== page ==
Posted by tac_admin, March 19, 2014

How to Interview New Team Members

lady-1038728-mWe’ve all been to interviews as the interviewee, but being the interviewer can be just as stressful. You want to know quickly if the person you’re talking to will be a good fit, and here are a few tips for interviewing we’ve found to be helpful in deciding who to work with.

Be clear on what you’re looking for.

What types of personalities are you seeking to put together on your team? What combinations of expertise and experience would be ideal for this project? When you know what you want, you’ll be just as clear about what you don’t want. Visualize your perfect team, what it looks like, and how it works together. Do your BA team interviews with the end in mind.

What does your gut say?

In the world of BA, we’re all about logic, numbers, and objective data, so we don’t train ourselves to listen to our intuition as much as we could. When your interviewee sits down in front of you and begins talking, listen to the little voice in your head and the feeling in the pit of your stomach.

Your intuition may give you a strong feeling one way or the other, or it may not—but if it does, listen and trust it.

Does he or she have the experience you want?

There are many types of Business Analysis experience: position experience, industry experience, company experience, client service experience, and the list goes on. Know before you interview which types of experience you’re looking for, but don’t be a slave to that decision. You may find that you wanted position experience, but you find someone who has little of that but a decade of industry experience. That’s valuable. Where can you use that person in creating your BA team?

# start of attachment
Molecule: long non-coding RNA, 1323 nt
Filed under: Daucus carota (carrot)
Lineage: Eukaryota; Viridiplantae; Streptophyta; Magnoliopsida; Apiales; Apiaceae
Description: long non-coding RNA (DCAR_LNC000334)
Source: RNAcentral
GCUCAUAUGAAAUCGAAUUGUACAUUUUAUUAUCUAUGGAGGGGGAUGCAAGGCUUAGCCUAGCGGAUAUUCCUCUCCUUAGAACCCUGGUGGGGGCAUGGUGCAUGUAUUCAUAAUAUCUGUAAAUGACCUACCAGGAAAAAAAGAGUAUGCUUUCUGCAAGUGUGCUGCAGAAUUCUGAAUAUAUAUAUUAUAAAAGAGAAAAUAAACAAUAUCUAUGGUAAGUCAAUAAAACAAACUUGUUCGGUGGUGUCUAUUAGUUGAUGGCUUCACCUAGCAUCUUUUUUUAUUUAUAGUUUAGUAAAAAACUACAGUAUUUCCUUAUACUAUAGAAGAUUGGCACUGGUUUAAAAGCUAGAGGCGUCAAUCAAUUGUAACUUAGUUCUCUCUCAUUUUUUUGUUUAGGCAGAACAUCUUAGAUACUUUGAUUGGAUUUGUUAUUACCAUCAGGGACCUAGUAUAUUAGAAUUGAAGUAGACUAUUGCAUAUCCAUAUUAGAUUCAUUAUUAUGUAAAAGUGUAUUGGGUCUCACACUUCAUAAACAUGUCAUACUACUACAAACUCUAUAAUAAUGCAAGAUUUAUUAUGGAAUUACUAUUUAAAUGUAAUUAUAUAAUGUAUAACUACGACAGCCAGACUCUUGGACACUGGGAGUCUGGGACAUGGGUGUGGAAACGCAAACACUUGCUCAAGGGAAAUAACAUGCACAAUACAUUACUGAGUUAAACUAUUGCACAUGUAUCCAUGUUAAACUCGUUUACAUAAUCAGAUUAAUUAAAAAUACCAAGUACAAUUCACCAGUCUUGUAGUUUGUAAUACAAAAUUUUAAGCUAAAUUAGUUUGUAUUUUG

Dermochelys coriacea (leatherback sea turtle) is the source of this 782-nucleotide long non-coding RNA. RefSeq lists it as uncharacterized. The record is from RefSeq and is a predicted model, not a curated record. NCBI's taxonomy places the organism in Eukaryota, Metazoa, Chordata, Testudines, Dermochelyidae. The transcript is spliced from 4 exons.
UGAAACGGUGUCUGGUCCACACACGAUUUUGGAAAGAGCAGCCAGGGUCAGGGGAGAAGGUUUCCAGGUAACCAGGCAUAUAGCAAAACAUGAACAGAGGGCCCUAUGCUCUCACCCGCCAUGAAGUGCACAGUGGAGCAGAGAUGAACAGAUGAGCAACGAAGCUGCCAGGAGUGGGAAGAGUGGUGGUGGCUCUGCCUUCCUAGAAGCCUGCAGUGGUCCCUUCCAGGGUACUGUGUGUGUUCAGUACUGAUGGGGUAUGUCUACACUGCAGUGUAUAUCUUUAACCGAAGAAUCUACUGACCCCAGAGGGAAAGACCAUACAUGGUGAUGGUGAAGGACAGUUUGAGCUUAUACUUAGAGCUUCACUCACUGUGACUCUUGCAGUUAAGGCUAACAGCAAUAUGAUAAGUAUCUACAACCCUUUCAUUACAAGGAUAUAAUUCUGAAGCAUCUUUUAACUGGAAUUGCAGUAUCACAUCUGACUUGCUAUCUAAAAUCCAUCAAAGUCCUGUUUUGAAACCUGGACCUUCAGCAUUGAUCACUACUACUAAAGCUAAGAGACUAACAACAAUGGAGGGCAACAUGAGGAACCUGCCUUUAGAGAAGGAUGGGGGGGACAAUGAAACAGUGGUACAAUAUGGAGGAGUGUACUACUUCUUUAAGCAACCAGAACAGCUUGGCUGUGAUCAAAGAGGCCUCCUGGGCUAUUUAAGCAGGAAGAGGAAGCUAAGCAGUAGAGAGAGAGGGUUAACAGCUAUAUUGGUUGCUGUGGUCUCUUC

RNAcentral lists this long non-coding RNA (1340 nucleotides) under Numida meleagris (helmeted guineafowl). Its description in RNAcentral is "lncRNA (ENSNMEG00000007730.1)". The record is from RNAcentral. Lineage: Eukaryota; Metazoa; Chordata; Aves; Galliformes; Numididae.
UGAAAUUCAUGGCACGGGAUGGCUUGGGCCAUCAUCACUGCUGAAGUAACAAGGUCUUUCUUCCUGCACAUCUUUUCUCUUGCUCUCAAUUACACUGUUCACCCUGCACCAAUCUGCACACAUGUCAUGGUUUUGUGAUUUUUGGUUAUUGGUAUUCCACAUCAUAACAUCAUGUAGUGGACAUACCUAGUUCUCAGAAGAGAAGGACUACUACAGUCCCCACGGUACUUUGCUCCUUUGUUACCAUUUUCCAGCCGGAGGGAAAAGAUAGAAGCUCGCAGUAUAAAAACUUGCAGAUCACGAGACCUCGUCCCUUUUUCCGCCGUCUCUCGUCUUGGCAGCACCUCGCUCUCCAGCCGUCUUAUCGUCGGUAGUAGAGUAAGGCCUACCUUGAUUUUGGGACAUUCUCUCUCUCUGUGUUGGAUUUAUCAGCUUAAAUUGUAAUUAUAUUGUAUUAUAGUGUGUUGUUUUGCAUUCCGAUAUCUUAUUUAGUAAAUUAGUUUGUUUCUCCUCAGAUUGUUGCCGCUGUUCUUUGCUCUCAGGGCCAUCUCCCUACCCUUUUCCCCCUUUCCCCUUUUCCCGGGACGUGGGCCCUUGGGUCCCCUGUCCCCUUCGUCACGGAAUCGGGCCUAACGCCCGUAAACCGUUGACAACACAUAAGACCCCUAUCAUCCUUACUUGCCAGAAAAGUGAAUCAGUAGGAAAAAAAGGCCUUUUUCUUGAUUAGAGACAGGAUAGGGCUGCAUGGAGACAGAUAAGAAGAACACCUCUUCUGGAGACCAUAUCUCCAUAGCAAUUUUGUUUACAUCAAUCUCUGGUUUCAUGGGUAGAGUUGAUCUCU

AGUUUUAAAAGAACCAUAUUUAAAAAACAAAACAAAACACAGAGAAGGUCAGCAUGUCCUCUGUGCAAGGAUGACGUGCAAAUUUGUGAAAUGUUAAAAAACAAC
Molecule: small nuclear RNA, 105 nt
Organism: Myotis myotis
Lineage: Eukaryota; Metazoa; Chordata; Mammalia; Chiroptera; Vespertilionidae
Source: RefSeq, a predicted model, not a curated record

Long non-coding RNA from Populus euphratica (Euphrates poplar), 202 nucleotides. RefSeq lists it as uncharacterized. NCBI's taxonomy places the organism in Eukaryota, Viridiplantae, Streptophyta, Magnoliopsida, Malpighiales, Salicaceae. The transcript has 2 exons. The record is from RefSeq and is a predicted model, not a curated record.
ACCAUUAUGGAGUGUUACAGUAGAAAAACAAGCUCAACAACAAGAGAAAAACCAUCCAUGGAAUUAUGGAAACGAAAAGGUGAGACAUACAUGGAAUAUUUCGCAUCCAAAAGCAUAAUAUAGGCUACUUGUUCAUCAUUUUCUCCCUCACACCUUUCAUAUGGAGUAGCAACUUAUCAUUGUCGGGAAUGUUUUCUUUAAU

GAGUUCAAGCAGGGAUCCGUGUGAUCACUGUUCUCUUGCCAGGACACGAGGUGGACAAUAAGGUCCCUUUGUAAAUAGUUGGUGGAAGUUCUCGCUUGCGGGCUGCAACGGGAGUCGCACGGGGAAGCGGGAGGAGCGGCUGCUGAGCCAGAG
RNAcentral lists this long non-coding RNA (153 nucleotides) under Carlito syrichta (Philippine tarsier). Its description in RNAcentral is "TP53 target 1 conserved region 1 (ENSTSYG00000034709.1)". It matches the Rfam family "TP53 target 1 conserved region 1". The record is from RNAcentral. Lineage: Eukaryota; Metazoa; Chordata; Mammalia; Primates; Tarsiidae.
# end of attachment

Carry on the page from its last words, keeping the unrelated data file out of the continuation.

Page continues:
Be open to utilizing interviewees in other positions than you’re hiring for that day. If you know you’ll need a project manager in a month, and you just interviewed the perfect candidate, offer him or her that job instead. If you’re in charge of hiring, you can assemble your team in any way you wish.

Just listen.

Many interviewers talk more than they should and don’t allow the interviewee to tell his or her story. You can find out everything you need to know about a person in a relatively short time if you actively listen, which means paying close attention to what the person says and leaving out the natural desire to jump in and agree or ask more questions.

Don’t jump to conclusions when you interview. Yes, your gut will give you an indicator of what kind of person you’re talking with, but if your gut isn’t screaming “no” loudly, give that person plenty of time to tell you who he or she is. Don’t use the answer to one question to disqualify that person. Try a completely different type of question and see where the conversation goes.

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